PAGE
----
Not sure if joining a fraternity is for you?
Learn about all the benefits of Penn State Greek Life!
"Coming from a different county and not knowing many people was quite difficult to adjust and adapt to. Joining a fraternity truly helped me find people who had the same beliefs and values as I do and I can gladly say I have found my best friends through this entire journey.
This experience has been very gratifying and rewarding and the leadership opportunities that came along have proven to be very beneficial in the professional world."
- Kartik Sharma, Delta Upsilon
"The most rewarding feature of my time here at Penn State has been being a part of the Greek community. It is a unique and giving experience.
I will always be thankful for the opportunities presented to me to grow as a person. The benefits are numerous and the relationships established are irreplaceable."
- Dan Corcoran, Phi Kappa Theta
"Greek life has made this large school feel smaller. It has taught me how to effectively manage my time with school work and social life. Most importantly, it has given be 108 brothers and a family to conquer college with."
- Connor Villa, Delta Chi
"Coming to a school where I didn't know anyone, I knew I needed to find a group of friends right away.
Joining a fraternity not only allowed me to find a group of friends, but also set me up with a network of alumni that are happy to help me with internships and jobs."
Evan Gorski- Acacia
Benefits of Penn State Greek Life
Surround yourself with students who strive for academic achievement
Meet hundreds of students and alumni with the same interests and aspirations as you
Immerse yourself in our community of over 5,000 students
Indulge in our many opportunities and events that will prepare you to enter the work world
Frequently Asked Questions
How will joining a fraternity or sorority affect my studies?
Fraternities serve as a great resource for students academically through study hours and tutoring programs. Most chapters require a high grade point average for initial membership into the organization. All chapters at Penn State are required to hold a minimum cumulative grade point average of 2.5; however, many of our chapters pride themselves on their outstanding academic achievements because they hold grade point averages much higher than the minimum requirement.
Aren’t fraternities and sororities just like the ones in the movies and TV?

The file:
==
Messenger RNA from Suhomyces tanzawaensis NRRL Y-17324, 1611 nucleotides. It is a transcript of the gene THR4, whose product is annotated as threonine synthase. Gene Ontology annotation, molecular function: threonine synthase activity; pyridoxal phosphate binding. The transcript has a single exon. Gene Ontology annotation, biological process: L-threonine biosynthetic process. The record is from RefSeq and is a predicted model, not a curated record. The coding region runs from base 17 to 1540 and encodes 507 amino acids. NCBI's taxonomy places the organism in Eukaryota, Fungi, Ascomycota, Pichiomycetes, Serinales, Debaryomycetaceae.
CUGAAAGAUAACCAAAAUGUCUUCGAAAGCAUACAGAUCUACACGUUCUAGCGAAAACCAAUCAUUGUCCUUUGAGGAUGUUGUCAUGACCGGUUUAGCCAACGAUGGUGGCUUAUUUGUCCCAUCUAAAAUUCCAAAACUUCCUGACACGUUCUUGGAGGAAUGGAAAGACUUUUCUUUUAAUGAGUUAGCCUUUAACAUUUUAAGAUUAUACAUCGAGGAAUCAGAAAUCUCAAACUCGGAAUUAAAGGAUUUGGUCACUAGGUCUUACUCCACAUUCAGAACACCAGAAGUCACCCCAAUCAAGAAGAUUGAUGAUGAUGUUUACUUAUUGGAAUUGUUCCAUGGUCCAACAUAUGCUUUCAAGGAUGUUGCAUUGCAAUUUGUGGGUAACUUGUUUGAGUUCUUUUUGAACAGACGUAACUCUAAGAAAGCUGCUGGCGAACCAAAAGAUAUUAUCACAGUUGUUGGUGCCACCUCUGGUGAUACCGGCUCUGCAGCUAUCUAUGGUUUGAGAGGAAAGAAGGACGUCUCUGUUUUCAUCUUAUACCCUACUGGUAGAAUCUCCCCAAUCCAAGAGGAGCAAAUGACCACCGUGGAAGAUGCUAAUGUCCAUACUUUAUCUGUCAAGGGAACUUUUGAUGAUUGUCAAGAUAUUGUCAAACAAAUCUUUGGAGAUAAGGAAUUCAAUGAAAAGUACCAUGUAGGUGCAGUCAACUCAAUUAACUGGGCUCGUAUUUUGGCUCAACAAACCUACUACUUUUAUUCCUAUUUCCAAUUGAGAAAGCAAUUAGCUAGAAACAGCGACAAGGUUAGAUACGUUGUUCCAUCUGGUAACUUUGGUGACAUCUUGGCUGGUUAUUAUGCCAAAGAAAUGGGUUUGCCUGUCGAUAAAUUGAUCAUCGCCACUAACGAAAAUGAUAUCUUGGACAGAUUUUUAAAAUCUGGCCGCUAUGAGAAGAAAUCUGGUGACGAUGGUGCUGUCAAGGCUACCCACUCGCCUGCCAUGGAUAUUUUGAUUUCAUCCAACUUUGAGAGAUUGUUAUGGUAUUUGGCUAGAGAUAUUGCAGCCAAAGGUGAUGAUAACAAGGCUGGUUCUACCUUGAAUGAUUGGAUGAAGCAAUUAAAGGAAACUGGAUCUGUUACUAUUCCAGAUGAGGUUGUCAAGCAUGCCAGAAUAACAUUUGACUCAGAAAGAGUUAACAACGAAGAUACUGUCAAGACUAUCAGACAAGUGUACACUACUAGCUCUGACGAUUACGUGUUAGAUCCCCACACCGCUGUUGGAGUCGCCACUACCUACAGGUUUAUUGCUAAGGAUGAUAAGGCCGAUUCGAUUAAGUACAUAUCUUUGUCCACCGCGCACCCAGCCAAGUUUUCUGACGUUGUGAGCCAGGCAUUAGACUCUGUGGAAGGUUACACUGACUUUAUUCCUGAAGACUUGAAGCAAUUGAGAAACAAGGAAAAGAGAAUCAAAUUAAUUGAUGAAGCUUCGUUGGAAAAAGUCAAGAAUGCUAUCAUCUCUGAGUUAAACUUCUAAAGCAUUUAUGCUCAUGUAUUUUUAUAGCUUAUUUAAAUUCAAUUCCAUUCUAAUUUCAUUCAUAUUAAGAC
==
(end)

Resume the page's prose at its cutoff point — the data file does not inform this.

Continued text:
Unfortunately, individuals without complete information often define the image of Greek life. Since only a small percent of the population is Greek, most people don’t have first-hand experience and stereotypes are the norm. Greek organizations do hold social events, but most of these do not include alcohol. These “social” events include educational programs/workshops, community service events, intramural sports, Parent’s Days, Homecoming, Greek Week, Greek Sing, and date events in addition to parties and mixers. Today’s Greek communities across the nation have adopted a stringent approach to socializing thereby creating a safer, more beneficial environment for its members. There are strict guidelines and procedures concerning the availability of alcohol at chapter events, and these rules are enforced by the inter/national organizations, the University, and by internal chapter standards.
Doesn’t membership cost a lot of money?
The perception that fraternities and sororities are only an option for “rich” students is widespread and false. Greek organizations are quite affordable and fees go towards services and events that will positively impact you or your child. Each chapter is self-supported through dues charged to all members. Also, chapters have payment plans that can be arranged to reduce to ease that responsibility.
Who actually is in charge of the organization, and is there outside support?
Students elected to officer positions manage the day-to-day operations of the organization. These officers are assisted by members serving on committees, so everyone is involved in and exposed to leadership positions. Each member learns cooperation, communication, and planning skills. Alumni act as advisers, and some chapters have alumni advisory boards that work with its members. Each group is governed by its inter/national headquarters, which establishes their chapter’s regulations, and offers advice and direction through professional staff and volunteers.
The Interfraternity Council is an entity consisting of all chapter presidents and a non-voting executive board that works with the university to govern the community. Additionally, the Office of Fraternity and Sorority Life and Student Compliance consists of professional liaisons to the Greek community, offering support, advice and guidance to governing councils, chapter officers, advisers, and members.
What about pledging or hazing?
All new fraternity and sorority members experience a period of orientation. During this time, new members will meet to learn about the fraternity’s local and national history as well as the active brotherhood. They may participate in community service projects and activities designed to build friendships among new members and initiated members.
Penn State has a zero-tolerance policy regarding hazing that is consistent with state law in the Commonwealth of Pennsylvania. Hazing includes any activity that subjects members to harassment, ridicule, intimidation, physical exhaustion, abuse, or mental distress. Hazing is contrary to the purposes of the fraternity and sorority community and the University; therefore, it is not tolerated.
If you sense you or your student may be participating in inappropriate activities as a result of membership in a fraternity or sorority, you should contact the Office of Fraternity and Sorority Life immediately. All calls will be handled in a discreet manner, or you can now confidentially report the hazing incident online.